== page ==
Springer-Verlag, 1994 - 193 pages
The subject of space-filling curves has generated a great deal of interest in the 100 years since the first such curve was discovered by Peano. Cantor, Hilbert, Moore, Knopp, Lebesgue, and Polya are among the prominent mathematicians who have contributed to the field. However, there have been no comprehensive treatments of the subject since Siepinsky's in 1912. Cantor showed in 1878 that the number of points on an interval is the same as the number of points in a square (or cube, or whatever), and in 1890 Peano showed that there is indeed a continuous curve that continuously maps all points of a line onto all points of a square, though the curve exists only as a limit of very convoluted curves. This book discusses generalizations of Peano's solution and the properties that such curves must possess and discusses fractals in this context. The only prerequisite is a knowledge of advanced calculus.
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Hilberts SpaceFilling Curve
Differentiability of the Hilbert Curve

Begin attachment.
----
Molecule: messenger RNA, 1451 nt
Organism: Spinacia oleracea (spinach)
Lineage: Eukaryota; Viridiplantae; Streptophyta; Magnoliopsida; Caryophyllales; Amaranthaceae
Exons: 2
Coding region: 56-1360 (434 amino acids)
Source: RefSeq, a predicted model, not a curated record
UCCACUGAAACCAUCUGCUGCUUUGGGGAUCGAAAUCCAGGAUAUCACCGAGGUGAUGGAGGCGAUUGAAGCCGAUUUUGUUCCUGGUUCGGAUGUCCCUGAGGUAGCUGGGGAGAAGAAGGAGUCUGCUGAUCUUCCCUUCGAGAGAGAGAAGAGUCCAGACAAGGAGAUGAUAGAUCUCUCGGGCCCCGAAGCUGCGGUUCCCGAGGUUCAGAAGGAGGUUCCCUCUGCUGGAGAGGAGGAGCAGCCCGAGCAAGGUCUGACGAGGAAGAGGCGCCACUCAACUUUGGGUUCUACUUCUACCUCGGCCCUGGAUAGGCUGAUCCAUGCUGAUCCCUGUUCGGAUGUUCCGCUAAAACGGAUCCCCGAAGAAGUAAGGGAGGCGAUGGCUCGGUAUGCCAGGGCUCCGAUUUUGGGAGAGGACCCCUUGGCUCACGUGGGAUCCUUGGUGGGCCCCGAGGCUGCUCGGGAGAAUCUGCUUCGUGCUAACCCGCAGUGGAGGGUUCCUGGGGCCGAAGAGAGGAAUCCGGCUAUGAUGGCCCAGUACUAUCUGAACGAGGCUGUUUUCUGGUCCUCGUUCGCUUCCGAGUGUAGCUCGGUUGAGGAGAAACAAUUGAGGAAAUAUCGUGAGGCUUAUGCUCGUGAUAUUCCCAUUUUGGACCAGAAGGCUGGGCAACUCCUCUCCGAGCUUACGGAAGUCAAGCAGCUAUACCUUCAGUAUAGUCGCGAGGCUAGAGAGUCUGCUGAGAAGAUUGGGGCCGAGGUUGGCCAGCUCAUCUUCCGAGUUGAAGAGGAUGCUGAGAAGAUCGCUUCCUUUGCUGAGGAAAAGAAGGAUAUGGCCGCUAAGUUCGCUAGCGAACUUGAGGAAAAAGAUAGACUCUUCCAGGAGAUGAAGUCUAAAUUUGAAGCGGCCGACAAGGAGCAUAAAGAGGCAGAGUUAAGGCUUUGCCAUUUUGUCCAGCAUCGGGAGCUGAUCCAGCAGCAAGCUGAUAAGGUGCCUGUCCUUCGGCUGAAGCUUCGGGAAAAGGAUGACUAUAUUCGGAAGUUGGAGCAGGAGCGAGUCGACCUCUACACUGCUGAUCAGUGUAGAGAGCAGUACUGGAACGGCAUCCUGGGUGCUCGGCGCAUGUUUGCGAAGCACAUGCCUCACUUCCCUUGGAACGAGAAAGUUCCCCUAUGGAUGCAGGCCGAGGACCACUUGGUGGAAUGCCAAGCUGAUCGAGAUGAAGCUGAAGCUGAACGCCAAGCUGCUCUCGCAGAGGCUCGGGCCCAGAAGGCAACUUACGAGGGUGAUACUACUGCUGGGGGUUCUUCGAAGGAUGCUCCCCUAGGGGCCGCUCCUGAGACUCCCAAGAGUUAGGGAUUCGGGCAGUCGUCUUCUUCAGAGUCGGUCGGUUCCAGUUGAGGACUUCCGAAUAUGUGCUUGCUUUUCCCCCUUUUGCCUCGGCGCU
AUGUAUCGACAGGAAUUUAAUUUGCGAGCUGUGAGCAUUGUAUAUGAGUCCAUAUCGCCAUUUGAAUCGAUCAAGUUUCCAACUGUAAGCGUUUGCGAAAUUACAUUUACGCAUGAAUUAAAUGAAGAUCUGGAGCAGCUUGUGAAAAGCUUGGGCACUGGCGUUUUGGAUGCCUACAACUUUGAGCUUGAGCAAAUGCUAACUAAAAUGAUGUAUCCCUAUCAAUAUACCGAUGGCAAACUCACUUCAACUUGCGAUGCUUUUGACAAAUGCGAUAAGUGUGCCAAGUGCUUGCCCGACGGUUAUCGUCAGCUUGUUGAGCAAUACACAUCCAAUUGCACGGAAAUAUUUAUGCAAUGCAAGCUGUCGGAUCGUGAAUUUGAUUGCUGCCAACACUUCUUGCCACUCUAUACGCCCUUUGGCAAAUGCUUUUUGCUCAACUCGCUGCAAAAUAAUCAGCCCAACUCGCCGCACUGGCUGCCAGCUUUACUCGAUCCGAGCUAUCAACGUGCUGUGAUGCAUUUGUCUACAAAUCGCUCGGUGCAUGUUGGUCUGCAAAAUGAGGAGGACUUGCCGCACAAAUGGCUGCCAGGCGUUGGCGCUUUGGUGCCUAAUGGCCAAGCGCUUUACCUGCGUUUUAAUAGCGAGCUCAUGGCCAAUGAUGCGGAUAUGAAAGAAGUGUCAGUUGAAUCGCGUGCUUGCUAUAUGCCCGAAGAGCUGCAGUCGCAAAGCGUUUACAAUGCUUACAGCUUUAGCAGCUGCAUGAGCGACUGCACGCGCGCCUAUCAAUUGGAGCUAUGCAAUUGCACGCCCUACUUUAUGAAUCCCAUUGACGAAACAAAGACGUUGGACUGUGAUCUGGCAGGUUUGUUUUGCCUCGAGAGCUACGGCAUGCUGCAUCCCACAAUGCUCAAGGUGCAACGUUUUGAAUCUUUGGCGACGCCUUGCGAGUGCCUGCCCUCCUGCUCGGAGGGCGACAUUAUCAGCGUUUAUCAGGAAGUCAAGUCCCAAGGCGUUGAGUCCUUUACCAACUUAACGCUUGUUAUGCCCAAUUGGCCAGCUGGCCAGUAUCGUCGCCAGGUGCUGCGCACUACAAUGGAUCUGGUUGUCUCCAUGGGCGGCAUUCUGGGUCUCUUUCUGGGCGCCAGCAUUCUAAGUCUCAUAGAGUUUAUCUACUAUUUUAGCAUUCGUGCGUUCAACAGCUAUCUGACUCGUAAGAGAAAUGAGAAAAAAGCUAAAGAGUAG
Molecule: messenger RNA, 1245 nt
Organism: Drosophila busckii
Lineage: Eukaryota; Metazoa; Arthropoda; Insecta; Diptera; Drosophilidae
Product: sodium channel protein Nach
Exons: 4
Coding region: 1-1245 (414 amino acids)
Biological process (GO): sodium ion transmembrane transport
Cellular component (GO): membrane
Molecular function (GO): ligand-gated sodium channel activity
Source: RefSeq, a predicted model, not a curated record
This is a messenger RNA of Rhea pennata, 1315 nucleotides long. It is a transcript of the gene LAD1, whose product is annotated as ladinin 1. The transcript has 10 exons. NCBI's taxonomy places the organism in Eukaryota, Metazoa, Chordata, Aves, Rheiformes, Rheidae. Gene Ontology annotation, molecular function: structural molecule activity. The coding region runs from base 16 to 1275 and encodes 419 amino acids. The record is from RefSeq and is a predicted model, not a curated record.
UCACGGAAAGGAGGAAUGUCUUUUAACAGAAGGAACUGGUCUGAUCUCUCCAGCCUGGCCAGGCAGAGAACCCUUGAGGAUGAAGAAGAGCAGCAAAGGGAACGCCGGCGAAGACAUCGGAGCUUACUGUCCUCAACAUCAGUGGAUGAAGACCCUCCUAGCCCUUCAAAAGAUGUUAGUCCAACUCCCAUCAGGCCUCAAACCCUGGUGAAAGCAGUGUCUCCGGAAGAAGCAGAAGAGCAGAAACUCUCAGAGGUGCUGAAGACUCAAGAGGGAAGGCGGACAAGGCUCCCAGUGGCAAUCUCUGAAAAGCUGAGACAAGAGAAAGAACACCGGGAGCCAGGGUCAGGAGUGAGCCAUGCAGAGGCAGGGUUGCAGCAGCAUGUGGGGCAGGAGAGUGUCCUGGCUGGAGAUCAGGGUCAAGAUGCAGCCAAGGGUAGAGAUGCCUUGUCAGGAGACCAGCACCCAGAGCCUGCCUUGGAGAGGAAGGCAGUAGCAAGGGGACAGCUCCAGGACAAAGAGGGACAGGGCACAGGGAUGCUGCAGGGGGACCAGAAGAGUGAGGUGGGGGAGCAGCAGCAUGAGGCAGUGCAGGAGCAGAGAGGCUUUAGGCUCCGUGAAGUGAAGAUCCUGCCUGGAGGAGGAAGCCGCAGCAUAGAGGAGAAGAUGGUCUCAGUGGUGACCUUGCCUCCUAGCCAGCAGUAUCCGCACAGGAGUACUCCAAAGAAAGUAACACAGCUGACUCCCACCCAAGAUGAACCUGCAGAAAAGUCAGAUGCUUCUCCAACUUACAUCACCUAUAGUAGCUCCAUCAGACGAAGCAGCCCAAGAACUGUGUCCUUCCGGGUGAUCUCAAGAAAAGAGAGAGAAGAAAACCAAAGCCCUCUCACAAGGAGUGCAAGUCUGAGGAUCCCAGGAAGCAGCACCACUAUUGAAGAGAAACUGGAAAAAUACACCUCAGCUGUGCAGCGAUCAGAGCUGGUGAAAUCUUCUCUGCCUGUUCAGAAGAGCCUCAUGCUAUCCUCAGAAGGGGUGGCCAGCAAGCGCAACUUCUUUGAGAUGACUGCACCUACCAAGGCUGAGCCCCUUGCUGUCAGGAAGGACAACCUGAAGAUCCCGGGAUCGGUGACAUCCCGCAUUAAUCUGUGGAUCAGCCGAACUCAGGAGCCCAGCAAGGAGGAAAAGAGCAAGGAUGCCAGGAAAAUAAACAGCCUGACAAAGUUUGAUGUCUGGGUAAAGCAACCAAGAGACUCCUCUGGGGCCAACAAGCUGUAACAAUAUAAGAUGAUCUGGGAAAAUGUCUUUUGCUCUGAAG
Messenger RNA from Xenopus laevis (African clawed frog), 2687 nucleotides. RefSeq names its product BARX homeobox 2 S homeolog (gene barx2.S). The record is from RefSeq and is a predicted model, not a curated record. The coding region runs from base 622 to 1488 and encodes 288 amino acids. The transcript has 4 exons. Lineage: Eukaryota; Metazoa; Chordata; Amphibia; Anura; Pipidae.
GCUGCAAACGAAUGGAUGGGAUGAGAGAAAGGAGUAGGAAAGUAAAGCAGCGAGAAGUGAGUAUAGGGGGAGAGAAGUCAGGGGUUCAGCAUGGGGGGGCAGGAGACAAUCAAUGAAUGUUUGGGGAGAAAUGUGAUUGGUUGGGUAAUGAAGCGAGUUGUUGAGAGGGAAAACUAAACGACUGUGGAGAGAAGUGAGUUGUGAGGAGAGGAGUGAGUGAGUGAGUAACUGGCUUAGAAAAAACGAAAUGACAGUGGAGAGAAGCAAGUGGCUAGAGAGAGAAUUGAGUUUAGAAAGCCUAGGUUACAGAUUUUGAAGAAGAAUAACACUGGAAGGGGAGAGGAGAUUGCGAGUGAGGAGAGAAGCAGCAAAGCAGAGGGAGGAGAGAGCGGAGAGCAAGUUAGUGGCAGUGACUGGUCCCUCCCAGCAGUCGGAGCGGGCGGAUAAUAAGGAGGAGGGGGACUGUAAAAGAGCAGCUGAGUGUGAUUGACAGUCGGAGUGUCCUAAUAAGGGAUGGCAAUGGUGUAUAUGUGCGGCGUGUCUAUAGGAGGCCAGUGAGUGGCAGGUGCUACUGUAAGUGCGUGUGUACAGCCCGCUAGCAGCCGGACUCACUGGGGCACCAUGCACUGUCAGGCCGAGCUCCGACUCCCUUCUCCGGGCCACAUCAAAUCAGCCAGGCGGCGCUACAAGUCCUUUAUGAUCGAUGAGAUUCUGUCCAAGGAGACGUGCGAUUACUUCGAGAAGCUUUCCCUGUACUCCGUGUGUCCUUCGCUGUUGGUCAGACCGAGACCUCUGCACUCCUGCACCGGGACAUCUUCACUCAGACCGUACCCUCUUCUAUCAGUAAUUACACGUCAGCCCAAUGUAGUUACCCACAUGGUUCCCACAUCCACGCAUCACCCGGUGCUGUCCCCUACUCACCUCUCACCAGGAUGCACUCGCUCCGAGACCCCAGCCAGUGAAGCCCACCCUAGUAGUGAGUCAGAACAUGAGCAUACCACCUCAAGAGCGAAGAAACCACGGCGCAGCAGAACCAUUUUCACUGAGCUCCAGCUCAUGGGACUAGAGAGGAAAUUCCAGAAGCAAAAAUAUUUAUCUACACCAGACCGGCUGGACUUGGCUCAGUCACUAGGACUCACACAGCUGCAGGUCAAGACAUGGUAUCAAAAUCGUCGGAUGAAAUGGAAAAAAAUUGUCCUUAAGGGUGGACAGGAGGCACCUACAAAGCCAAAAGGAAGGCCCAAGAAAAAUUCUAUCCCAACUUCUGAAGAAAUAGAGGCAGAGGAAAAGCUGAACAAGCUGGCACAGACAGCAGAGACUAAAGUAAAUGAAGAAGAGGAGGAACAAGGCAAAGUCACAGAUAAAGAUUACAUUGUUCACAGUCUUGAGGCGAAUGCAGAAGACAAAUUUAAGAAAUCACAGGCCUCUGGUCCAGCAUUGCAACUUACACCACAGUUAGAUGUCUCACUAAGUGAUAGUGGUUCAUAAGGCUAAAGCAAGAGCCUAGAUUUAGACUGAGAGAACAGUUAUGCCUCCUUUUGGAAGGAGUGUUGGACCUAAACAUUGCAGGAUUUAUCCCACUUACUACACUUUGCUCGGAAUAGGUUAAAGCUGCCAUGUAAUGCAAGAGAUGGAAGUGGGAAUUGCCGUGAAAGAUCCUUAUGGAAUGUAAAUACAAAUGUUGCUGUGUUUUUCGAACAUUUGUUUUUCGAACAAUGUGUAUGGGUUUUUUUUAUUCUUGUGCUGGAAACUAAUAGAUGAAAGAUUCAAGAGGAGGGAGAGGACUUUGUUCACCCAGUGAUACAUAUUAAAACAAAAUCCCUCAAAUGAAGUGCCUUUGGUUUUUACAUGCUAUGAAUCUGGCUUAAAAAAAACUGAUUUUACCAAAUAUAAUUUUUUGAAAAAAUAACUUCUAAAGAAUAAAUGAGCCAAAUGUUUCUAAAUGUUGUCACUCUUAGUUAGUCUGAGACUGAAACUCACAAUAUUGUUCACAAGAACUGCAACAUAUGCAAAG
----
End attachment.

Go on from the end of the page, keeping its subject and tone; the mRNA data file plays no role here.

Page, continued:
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accumulation point adjacent approximating polygons attractor set beginning point binary Cantor curve Cantor set Cauchy sequence Cesaro Chapter closed intervals compact set compact subset connectedness construction continuous image converges coordinate functions curve of Section defined Definition denote diagonal differentiable endpoint exit point finite four congruent fractal geometric Hahn Hence Hilbert curve integer irz ji isosceles iterated function system jLZZ jL joins Jordan curve Knopp Koch curve Lebesgue measure Lebesgue's space-filling curve Lemma line segment mapping Math Mathematical n-dimensional Netto nodal points non-empty obtain open intervals open set Osgood curve partition Peano curve Polya preimages Program proof quaternary removed represented Sagan Schoenberg curve set in Fig Show sidelength Sierpinski triangle Sierpinski-Knopp curve similarity dimension similarity transformations space space-filling curve square step stochastically independent subcubes subintervals subsquares subtriangles surjective ternary representation Theorem theory three-dimensional topological dimension two-dimensional Lebesgue measure uniformly unique University